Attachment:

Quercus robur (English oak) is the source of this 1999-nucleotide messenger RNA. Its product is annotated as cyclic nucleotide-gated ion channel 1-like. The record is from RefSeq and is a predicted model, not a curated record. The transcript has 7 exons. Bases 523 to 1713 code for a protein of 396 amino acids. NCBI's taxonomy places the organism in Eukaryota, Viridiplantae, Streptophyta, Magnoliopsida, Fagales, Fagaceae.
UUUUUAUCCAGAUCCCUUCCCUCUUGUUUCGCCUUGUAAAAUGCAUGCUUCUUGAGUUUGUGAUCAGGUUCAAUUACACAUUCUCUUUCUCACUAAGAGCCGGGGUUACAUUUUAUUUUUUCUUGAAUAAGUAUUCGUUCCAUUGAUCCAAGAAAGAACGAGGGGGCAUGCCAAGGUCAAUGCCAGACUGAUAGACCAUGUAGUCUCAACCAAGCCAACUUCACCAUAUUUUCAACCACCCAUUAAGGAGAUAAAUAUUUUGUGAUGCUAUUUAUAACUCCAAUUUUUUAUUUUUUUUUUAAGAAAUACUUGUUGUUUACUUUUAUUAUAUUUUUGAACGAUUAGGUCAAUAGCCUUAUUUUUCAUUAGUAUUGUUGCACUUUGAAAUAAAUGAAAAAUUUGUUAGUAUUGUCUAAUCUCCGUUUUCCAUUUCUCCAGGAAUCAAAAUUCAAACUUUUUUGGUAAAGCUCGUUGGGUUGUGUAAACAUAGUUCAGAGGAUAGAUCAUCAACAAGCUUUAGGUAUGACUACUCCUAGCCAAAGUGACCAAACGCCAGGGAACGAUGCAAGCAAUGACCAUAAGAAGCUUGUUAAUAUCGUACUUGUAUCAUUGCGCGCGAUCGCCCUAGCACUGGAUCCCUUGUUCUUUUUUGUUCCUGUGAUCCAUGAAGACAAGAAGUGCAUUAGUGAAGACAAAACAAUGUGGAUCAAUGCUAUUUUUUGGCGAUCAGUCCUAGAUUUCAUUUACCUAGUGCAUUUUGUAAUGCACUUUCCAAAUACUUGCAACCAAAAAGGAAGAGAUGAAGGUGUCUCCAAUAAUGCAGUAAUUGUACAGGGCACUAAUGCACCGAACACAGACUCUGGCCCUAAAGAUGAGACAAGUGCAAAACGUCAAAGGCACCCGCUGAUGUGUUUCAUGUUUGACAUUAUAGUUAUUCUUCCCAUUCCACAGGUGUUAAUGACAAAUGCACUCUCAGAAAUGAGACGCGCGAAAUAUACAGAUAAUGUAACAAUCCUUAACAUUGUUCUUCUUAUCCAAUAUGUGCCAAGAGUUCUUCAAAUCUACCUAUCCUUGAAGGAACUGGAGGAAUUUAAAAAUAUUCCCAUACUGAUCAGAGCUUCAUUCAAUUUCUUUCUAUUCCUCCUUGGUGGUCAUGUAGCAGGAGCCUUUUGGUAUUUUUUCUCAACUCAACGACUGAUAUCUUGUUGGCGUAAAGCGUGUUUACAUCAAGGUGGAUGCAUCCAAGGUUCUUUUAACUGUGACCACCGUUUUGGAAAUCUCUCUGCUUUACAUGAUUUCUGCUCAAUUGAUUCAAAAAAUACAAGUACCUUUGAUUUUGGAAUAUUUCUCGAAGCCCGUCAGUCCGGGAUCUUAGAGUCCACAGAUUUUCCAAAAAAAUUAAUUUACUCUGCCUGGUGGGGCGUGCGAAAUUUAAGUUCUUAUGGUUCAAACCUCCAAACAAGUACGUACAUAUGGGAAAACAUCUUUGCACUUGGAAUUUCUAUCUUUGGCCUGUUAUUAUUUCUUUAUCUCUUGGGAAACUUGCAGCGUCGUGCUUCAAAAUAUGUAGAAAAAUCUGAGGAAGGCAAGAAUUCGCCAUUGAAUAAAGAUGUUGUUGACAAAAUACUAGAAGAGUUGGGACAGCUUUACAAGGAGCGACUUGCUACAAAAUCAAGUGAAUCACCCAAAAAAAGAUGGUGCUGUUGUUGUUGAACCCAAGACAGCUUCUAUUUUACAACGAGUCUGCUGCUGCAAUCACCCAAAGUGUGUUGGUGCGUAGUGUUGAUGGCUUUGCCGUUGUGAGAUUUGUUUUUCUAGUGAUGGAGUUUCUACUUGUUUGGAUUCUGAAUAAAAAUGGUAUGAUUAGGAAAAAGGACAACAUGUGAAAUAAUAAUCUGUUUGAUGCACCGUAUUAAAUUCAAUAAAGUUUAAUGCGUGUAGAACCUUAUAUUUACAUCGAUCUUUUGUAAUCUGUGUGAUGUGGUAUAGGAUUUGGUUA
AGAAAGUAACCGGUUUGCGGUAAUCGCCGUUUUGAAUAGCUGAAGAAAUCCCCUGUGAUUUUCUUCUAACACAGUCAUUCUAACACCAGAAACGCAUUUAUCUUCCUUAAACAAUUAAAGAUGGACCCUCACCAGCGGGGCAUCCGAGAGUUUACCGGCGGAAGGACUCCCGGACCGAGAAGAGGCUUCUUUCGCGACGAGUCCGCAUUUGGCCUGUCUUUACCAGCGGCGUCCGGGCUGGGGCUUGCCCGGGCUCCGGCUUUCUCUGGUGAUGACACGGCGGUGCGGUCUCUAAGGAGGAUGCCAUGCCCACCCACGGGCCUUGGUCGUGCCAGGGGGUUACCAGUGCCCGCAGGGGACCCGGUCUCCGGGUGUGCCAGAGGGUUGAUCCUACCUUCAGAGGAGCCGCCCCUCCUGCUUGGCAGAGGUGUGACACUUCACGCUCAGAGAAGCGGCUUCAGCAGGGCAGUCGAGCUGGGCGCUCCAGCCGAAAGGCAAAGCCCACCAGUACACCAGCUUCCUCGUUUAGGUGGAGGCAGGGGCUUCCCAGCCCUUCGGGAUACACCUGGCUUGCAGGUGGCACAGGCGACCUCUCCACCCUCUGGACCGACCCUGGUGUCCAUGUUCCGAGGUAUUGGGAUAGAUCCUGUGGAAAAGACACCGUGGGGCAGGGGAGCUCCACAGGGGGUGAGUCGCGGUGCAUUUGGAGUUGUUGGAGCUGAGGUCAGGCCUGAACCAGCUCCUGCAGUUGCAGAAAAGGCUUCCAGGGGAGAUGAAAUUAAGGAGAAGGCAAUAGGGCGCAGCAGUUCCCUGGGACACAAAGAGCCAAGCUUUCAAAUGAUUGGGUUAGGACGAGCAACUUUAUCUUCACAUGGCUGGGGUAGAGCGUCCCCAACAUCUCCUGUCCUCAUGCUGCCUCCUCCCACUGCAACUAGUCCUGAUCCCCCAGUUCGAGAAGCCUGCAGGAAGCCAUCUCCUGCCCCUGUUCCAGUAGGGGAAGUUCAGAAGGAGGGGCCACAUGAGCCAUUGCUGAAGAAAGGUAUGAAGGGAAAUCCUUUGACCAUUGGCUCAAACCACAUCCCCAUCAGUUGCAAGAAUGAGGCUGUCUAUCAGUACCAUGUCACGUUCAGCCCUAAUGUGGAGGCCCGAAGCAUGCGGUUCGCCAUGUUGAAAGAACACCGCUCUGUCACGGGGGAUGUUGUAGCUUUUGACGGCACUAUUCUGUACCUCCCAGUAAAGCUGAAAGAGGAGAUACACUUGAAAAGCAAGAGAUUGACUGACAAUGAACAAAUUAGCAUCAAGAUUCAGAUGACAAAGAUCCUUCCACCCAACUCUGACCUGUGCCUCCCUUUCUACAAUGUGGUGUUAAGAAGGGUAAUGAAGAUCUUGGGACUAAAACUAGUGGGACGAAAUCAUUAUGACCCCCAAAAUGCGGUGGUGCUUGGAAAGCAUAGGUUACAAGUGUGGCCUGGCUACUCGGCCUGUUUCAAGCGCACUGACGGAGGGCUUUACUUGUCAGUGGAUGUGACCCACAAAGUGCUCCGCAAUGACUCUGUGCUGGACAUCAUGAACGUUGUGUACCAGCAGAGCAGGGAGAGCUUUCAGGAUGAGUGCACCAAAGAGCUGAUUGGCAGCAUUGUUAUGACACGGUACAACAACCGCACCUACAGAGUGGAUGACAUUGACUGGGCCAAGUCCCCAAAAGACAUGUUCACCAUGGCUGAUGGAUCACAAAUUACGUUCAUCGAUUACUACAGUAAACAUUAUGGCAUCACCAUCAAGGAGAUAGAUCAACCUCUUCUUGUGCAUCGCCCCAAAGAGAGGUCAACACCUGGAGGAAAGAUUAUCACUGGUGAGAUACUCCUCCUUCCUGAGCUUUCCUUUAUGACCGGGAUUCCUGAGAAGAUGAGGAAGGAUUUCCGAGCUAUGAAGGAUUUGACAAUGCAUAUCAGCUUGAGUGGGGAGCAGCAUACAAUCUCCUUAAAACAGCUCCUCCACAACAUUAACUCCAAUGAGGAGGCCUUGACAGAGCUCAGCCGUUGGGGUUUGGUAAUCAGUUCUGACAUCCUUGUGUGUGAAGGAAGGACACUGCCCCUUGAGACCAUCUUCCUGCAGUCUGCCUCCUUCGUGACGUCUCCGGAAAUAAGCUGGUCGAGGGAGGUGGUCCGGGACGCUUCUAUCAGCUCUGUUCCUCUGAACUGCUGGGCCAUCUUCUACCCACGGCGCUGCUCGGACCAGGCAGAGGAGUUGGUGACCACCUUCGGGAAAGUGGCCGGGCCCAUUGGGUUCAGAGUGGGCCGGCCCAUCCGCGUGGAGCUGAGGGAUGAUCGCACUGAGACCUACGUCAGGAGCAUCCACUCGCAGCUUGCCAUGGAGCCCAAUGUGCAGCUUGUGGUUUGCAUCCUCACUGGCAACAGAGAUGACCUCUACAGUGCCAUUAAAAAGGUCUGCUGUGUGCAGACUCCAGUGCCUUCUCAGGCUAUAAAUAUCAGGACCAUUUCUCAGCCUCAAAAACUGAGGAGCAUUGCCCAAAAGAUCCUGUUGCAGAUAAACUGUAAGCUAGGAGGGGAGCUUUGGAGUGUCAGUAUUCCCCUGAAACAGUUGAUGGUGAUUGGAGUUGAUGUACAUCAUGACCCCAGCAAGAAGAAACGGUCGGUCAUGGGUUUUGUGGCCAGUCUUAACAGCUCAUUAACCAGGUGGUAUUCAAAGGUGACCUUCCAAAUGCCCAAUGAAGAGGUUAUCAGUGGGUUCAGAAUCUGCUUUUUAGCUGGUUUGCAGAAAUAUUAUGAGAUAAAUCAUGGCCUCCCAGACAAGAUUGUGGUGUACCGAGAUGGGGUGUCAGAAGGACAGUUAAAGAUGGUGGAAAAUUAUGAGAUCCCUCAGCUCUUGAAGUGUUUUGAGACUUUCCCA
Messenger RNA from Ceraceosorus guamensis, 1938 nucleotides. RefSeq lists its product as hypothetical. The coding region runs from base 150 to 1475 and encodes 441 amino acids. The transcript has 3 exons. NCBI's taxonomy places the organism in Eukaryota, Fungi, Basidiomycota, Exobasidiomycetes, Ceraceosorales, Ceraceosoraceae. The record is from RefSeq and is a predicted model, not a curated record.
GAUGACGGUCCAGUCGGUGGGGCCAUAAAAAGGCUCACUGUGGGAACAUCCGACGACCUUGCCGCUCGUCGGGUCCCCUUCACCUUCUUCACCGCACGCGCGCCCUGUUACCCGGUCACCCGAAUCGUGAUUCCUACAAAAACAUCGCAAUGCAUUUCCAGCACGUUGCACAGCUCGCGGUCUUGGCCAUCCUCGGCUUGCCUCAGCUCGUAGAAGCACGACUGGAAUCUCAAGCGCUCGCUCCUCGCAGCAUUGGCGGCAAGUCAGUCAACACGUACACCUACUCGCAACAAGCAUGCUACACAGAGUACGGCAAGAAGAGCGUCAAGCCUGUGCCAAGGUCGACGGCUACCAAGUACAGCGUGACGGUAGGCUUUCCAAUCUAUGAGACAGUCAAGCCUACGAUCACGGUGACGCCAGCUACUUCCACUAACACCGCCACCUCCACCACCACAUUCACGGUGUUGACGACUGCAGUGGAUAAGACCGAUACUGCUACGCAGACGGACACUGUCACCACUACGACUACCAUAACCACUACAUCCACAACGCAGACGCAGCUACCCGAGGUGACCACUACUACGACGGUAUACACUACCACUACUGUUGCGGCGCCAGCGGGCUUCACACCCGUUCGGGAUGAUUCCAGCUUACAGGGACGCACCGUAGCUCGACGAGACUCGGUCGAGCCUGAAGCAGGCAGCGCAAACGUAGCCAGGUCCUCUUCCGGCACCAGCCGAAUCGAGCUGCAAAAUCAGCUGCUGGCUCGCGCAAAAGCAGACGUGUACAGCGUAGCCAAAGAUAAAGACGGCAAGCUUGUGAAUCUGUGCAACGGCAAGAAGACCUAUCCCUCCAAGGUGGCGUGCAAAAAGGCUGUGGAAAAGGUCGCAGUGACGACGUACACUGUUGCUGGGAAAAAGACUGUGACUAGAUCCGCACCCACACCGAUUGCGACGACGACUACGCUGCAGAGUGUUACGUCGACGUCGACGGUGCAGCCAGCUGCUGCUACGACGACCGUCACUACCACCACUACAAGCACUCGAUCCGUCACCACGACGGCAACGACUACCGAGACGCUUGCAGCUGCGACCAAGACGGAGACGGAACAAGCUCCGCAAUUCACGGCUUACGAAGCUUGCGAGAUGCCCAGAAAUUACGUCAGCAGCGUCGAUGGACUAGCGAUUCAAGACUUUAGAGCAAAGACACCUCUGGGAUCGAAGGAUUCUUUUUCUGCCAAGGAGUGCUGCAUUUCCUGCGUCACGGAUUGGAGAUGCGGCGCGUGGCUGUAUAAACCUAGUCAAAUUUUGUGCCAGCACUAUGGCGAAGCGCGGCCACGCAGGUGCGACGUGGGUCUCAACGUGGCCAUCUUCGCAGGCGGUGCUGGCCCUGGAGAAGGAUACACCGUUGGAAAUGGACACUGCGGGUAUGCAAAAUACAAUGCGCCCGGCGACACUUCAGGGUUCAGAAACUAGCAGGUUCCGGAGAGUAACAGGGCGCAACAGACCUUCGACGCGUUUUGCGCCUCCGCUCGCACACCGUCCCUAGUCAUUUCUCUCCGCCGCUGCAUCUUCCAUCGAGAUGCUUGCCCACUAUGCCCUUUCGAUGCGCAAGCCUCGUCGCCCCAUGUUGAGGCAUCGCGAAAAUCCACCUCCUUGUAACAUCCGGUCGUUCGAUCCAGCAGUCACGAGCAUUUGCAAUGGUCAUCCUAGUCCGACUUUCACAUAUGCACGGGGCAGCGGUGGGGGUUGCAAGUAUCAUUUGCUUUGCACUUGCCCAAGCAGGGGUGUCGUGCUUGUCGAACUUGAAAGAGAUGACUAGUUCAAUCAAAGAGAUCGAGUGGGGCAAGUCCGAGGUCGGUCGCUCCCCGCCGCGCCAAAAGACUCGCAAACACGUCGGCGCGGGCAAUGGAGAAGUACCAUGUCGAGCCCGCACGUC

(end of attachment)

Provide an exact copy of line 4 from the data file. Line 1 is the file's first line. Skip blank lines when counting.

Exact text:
Messenger RNA from Ceraceosorus guamensis, 1938 nucleotides. RefSeq lists its product as hypothetical. The coding region runs from base 150 to 1475 and encodes 441 amino acids. The transcript has 3 exons. NCBI's taxonomy places the organism in Eukaryota, Fungi, Basidiomycota, Exobasidiomycetes, Ceraceosorales, Ceraceosoraceae. The record is from RefSeq and is a predicted model, not a curated record.